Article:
This Guy Got Lean and Ripped with Workout Variety and Simple Meals


Samuel Kong, 43, was a varsity basketball player and for a long time, never thought about his weight or health, even though he started feeling exhausted all the time. When he happened on some YouTube videos and a workout program by one of the most prominent fitness models, he committed to trying it and everything changed. He not only lost nearly 20 pounds, he got lean and ripped. Here’s how it happened, in his own words.

WHILE I THOUGHT I knew what I was doing nutritionally and fitness-wise, the scale proved otherwise. Of course when you’re young, you know everything right? Being overweight never even remotely crossed my mind.

I was a former varsity basketball player with six pack abs and I could dunk a basketball at my height of 5’10”. Plus, I was chronically underweight my whole life. My parents struggled financially as new immigrants working hourly jobs living paycheck-to-paycheck. Excess food wasn’t exactly just laying around the house. I definitely remember going without and being hungry in elementary school.

I was born in a refugee camp in Thailand as my parents fled the Khmer Rouge communist party in Cambodia in 1980. My parents lost two of my older siblings to starvation before I was born. I would have loved to have met them—I would have had an older brother! We’ll meet in heaven.

But then in my early 20’s after undergrad living on my own in my very first big-boy apartment, working in the health insurance industry, and then entering an MBA program, I started to gain weight—rapidly! I was eating whatever I wanted, taking in way too many calories. But it all made sense to me and I told myself, “Hey, I’m in shape, I work out so much.”

samuel kong and his family

I thought I had a good program going, I was either lifting weights at the nearby YMCA or I was playing basketball in several Chicago men’s basketball leagues. I was doing some form of exercise 7 days a week. I got this! Wrong. My overeating caught up with me and body-slammed me on the mat…my weight went up to 190 pounds, and it wasn’t pretty. The pictures from that time in my life proved how out of touch I was.

I Knew I Needed a Change

I WAS TIRED all the time, I just couldn’t shake it. I’d have to take an hour nap after work. My weekends consisted of sleeping until 11 a.m. and then having to take another nap at 5 p.m. before going out at night. At one of my annual physicals, I learned that I had high cholesterol, high blood pressure, my blood sugar levels were all jacked up, my waist size ballooned to a size 36, and I was diagnosed with anemia….all at age 26. My face was swollen, my joints were inflamed, and I had constant digestive issues. It wasn’t pretty.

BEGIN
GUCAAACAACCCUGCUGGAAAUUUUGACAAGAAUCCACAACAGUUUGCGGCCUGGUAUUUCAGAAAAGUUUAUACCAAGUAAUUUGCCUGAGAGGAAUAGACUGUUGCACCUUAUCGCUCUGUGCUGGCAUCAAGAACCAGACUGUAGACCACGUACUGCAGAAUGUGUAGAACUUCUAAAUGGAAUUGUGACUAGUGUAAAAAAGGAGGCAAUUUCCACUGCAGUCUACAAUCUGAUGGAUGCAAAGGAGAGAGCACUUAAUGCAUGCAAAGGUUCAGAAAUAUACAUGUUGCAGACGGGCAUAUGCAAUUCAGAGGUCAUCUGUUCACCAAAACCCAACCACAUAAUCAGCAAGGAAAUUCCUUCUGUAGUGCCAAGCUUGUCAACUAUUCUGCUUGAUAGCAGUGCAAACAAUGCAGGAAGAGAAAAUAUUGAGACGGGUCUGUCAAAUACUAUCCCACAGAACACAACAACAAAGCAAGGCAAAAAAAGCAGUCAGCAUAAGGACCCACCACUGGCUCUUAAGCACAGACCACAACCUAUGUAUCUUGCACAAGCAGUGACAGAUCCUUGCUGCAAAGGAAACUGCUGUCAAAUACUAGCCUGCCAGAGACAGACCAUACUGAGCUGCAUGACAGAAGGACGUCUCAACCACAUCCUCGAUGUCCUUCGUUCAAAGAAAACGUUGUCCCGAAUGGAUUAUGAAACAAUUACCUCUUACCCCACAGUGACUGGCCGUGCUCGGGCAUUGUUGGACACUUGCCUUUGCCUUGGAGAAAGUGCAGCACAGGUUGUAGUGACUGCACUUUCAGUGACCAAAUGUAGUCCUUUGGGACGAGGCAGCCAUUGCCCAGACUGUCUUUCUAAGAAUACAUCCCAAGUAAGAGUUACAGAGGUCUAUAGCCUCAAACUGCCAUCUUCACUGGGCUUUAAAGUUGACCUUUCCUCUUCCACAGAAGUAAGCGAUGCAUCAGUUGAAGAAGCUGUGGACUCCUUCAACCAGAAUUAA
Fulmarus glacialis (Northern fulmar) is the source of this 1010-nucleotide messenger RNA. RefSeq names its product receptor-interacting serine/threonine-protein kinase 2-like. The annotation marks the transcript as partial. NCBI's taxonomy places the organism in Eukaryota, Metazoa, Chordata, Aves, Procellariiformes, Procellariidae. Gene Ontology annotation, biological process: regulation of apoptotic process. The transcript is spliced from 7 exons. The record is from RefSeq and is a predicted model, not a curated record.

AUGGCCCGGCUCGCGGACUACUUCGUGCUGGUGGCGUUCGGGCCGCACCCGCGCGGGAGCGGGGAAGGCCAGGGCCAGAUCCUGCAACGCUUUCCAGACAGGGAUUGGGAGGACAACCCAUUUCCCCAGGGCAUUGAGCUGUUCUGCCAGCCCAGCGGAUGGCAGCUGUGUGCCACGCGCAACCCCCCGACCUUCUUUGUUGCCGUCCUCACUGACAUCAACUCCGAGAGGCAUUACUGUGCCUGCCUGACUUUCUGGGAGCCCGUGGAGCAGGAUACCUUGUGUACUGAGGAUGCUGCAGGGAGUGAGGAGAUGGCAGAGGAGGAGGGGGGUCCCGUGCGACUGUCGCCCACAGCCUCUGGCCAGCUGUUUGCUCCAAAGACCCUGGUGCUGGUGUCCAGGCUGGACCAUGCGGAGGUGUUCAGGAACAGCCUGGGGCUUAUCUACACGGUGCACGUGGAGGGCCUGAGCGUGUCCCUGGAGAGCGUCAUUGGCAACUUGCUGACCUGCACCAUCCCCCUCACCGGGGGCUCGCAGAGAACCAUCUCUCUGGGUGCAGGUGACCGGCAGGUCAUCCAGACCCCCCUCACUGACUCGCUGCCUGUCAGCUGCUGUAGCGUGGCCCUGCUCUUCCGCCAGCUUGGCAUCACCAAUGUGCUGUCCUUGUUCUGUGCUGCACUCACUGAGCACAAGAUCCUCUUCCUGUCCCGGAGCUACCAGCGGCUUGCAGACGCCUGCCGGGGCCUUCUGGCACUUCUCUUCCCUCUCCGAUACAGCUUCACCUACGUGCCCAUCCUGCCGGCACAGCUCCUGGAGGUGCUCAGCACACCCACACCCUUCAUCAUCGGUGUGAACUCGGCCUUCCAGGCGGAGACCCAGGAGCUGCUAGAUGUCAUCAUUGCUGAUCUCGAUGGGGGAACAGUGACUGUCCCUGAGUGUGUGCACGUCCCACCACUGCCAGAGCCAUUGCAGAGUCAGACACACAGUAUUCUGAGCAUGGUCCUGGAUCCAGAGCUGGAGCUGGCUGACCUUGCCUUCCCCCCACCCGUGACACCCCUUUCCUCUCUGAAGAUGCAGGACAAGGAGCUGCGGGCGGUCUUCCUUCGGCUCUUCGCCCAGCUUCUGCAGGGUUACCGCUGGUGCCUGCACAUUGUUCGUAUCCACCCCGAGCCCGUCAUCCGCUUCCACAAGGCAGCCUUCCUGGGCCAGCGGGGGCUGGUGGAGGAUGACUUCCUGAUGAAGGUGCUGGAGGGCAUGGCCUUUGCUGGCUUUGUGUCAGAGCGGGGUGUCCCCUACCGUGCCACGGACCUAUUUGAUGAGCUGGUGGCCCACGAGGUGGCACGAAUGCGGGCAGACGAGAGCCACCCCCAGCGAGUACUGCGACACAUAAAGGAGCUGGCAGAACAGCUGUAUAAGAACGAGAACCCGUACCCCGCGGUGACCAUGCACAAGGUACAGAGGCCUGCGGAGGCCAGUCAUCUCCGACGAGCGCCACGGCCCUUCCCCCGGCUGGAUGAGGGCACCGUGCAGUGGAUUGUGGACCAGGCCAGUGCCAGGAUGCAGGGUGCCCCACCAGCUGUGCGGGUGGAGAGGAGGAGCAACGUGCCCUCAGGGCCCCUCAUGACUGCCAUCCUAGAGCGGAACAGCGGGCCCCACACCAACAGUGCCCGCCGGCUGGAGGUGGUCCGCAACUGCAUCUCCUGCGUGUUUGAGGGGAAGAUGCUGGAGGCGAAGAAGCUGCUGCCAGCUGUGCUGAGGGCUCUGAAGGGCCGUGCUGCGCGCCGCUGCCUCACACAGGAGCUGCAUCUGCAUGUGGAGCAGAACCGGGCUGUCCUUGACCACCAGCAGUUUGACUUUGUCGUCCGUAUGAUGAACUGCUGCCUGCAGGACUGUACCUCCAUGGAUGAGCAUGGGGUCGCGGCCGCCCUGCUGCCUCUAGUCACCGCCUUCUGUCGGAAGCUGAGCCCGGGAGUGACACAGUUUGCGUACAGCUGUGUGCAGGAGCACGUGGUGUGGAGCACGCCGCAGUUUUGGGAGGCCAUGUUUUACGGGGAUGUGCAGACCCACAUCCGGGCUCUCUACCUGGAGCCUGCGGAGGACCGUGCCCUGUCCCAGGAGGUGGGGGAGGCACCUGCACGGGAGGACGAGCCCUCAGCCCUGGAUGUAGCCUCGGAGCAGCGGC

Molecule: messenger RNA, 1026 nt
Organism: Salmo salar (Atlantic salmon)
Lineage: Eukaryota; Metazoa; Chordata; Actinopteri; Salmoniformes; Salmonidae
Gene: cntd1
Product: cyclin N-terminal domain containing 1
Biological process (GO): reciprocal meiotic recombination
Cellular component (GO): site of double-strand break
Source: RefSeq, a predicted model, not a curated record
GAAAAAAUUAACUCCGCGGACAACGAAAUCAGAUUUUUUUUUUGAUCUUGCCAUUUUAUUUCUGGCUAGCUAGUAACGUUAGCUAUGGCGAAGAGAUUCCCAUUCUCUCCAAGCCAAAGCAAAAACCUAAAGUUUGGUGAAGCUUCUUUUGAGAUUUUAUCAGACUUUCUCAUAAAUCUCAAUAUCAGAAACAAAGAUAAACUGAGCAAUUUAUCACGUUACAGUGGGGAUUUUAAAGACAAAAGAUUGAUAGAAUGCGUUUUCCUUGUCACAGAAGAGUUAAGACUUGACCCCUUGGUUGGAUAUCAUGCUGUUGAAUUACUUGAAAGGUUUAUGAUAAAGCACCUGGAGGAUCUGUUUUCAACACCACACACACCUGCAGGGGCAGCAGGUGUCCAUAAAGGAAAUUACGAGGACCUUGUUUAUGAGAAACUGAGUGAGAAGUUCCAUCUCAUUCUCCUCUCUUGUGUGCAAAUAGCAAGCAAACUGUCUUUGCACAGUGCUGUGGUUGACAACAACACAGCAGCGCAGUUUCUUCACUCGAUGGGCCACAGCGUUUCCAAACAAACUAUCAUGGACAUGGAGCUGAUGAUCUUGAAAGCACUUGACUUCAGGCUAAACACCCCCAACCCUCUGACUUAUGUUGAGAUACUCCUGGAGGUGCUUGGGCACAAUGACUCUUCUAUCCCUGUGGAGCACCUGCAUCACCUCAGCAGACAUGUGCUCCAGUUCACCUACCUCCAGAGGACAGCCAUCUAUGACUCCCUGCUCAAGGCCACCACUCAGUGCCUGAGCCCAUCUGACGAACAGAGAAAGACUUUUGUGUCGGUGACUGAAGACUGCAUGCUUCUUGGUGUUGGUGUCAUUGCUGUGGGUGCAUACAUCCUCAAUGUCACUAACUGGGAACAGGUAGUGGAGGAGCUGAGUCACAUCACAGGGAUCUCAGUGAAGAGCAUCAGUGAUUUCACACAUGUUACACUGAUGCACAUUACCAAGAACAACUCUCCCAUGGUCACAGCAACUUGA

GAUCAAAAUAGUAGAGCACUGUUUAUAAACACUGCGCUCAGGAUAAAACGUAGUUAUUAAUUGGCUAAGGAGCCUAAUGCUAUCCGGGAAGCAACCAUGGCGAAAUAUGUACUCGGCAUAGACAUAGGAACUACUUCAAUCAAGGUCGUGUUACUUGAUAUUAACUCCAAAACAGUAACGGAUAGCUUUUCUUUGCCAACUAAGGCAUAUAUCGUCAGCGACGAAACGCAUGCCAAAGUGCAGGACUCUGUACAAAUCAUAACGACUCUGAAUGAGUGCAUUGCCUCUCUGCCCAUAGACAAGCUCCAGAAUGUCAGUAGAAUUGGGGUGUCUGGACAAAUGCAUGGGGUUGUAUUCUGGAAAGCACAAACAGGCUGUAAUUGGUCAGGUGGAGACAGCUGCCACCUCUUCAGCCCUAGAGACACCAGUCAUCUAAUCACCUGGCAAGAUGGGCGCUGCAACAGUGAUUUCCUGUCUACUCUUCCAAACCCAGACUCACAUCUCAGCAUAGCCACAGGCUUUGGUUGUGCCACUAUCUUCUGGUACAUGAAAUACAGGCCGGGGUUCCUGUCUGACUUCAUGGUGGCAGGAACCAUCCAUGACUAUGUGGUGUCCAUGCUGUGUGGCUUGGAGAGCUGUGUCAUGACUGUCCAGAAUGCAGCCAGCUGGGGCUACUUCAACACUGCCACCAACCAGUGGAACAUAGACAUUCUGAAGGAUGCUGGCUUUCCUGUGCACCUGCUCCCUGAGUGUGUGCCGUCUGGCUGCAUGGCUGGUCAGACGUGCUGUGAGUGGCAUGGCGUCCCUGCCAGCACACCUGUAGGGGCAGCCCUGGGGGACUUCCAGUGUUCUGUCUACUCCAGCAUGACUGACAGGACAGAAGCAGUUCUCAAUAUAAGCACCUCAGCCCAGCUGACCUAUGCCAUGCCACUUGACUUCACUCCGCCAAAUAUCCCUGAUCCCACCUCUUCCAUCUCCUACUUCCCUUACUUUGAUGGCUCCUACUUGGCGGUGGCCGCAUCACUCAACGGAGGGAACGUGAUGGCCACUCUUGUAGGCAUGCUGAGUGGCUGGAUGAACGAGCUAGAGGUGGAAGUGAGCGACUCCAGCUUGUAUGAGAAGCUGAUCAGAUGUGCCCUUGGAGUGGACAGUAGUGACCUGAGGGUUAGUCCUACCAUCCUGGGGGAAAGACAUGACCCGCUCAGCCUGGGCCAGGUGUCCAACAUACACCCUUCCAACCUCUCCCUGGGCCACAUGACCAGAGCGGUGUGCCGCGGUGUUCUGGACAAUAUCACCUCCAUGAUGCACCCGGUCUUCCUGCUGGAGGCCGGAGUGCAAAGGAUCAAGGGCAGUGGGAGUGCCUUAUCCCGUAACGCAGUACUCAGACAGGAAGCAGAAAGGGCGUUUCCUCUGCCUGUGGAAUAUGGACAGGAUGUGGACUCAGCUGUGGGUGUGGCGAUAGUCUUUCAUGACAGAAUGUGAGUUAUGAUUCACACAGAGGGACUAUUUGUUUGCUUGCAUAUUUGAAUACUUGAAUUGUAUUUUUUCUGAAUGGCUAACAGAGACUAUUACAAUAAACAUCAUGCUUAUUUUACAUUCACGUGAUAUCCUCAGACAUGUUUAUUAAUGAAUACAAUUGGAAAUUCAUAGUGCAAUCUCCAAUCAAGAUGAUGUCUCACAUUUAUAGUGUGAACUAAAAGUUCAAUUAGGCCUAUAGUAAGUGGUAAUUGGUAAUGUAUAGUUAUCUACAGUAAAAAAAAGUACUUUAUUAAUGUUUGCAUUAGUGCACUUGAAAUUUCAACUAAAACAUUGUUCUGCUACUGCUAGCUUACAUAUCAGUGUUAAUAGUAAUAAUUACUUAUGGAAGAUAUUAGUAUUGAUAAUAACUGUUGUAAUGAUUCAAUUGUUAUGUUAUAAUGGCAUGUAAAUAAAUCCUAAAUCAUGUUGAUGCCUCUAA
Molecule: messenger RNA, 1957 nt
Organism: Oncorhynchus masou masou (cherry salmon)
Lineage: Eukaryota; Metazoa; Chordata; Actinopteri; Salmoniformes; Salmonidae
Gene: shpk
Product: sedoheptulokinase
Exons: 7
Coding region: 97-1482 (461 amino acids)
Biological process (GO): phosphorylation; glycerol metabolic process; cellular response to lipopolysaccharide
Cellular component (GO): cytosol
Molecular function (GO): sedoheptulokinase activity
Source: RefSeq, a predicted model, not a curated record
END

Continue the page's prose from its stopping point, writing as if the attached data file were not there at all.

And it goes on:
In 2006, I realized I had a weight problem when I was playing in a pick-up basketball game at the YMCA and a group of high schoolers wiped the floor with me. And they weren’t even that good at basketball, they were scrubs! But on that fateful day, they easily ran circles around me. Remember, I had played highly competitive Varsity basketball in high-school and could play basketball for 4 to 5 hours, almost nonstop, on a daily basis.

But after this game, I crumbled to the floor unable to catch my breath, hair gel had dripped into my eyes turning them red and bloodshot, my legs were so fatigued I couldn’t stand up anymore, I had this cramp in my calf every time I tried to walk, and my hair was all messed up. It looked like I was in a bad street fight and lost! I sat there on the gym floor for about 2 hours, too tired to get up. It was a sorry sight. I had to call out of work the next day, not because I was sick, but because I was fat.

I Found a Plan

AROUND 2012 AT the age of 32, I randomly discovered some YouTube videos from the late male fitness model Greg Plitt (who later died in 2015). From those videos, I learned how to transform my body and get my body to perform optimally. To my surprise, it actually worked!

At the time, Greg Plitt was probably the most famous male fitness model, having been on 400 fitness covers. The dude was a former Army Ranger, a West Point graduate, an All-American wrestler and state champion, and a seriously different kind of human being. An actual superhero walking among us. His mindset and the way he approached life and fitness was what motivated me to transform my body.

I became a member of his website (it was cheap, like $9/month) and I started to program my weightlifting routine and diet to mimic his by just watching and learning from his videos. And I got ripped, jacked, and shredded with 6 pack abs! I had never been in that kind of shape in my life. Not only did I put on muscle, but I was able to cut calories while keeping muscle on my frame, and got my body fat percent to single digits.

In addition, the magnitude and meaning of his messages weren’t just relevant to fitness, but they were applicable to how to live a fulfilled, successful, happy life. It was his mindset for how he approached his life—his winning attitude, his insistence with setting his ego aside, the ability to do things differently than those around us. There was no catch, he wasn’t trying to sell us anything or get us to buy an exercise program (he didn’t even have exercise programs to sell), it was just how he lived his life.

When my friends ask me how I stay in shape, I’m mindful of how I come across. I try to be very humble; I don’t want to make anyone feel bad about their own fitness journey. But the truth is, I work out like a mad man. I have 4 gym memberships to several different local gyms and I work out like it’s my job!! It’s an obsession and I love it.

I like to use a lot of variety to stay lean and ripped. I lift weights at a local Anytime Fitness; do HIIT classes at Red Effect (an infrared fitness studio); I play basketball/do cardio at a local park district facility; I take some additional specialized crossfit/HIIT exercise classes at a gym called “Burn Boot Camp” (which I originally thought was a women’s gym, wrong again I was, because that gym will kick your butt if you go in there overconfident). Also, I have a treadmill at home, a basketball hoop in my driveway, a heavy boxing bag, and Normatec boots for recovery.

I Keep Things Simple